India plans to withdraw 10,000 paramilitary troops from Kashmir in 2011 and renew efforts to hold talks in the rebellion-hit Himalayan region, a top government official said Sunday.
A separatist insurgency has raged in Indian Kashmir, a Muslim-majority state, for 20 years and at least 114 people died in street protests last summer in pitched battles with security forces.
"I think this year we can easily take out 10 battalions (10,000 personnel), if not more," Indian Home Secretary Gopal Pillai told the Press Trust of India news agency. "Irrespective of the situation, I can take out 10 battalions and it would not have any impact."
There are currently 70,000 paramilitary troops in Indian Kashmir plus 100,000-150,000 army soldiers.
Many state politicians in Kashmir believe their huge presence has fuelled recent deadly violence.
"There are more than adequate forces in Kashmir and it can do with less central forces," Pillai, the home ministry's top civil servant, said. "You have to start talking to other people and get fresh ideas so I think we have to reach out to the people of Kashmir."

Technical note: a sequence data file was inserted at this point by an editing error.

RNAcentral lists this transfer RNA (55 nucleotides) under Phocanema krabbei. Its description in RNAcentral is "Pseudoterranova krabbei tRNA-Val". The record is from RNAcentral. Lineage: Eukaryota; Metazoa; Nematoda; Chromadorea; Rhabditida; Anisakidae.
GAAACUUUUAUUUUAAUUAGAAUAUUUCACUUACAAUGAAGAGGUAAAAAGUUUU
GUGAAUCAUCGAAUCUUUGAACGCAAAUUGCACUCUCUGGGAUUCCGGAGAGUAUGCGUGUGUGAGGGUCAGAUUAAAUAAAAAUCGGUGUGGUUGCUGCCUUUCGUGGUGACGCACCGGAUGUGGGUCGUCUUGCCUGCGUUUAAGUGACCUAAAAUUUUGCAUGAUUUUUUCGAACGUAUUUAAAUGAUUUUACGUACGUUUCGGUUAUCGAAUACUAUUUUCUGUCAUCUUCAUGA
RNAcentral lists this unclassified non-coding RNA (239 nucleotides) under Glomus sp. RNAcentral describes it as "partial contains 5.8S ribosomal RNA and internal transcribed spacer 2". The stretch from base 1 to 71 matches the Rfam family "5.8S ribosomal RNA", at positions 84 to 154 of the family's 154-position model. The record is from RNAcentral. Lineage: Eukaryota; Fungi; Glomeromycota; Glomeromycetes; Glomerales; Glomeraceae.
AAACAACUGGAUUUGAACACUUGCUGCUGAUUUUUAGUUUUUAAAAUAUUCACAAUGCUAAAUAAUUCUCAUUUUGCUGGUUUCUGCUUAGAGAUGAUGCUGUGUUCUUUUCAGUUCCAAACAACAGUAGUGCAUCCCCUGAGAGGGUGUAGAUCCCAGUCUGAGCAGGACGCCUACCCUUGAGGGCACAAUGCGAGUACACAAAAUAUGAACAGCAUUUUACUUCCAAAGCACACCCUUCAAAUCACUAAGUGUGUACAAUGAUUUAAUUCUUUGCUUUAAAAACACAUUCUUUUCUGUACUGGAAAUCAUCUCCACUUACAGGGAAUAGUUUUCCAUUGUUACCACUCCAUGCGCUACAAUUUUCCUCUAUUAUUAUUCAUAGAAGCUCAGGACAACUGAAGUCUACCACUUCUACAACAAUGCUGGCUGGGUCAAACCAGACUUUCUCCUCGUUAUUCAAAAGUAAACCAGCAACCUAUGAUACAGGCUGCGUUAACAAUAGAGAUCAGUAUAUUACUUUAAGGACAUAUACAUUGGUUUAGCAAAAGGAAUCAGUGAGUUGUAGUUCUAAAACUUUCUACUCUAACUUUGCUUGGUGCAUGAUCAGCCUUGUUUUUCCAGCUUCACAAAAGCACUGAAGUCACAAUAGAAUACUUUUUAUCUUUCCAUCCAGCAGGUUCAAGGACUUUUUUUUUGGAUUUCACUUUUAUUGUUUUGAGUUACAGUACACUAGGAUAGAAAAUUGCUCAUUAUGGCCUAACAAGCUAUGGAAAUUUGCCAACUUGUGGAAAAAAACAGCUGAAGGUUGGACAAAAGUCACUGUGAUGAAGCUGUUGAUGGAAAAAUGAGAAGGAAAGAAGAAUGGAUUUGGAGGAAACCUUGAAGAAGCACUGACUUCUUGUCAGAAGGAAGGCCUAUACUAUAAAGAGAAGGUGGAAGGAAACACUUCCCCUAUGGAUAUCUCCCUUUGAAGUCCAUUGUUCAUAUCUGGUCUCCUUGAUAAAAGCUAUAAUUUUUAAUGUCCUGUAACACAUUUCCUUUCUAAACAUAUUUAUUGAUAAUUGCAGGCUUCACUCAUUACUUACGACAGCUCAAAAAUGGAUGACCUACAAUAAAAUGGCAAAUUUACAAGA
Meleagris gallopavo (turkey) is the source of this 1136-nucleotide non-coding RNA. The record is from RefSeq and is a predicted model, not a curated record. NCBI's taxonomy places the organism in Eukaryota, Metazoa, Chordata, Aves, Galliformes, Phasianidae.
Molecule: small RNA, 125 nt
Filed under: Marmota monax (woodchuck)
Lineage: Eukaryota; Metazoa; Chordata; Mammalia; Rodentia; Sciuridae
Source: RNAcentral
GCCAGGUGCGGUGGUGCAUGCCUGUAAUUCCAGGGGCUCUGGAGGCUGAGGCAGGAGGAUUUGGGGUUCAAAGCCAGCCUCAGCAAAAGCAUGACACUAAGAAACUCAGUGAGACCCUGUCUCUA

Security forces opening fire at separatist demonstrations have triggered a cycle of violence in Kashmir over recent summers, and the government in New Delhi is keen to calm tensions in the year ahead.
Discontent has simmered since the partition of the subcontinent in 1947, when a Hindu ruler took his Muslim subjects into India rather than the Islamic republic of Pakistan.
Today, after two wars over the area, Kashmir is administered in part by India and Pakistan, but claimed in full by both. Polls appear to indicate that most in Indian Kashmir favour independence.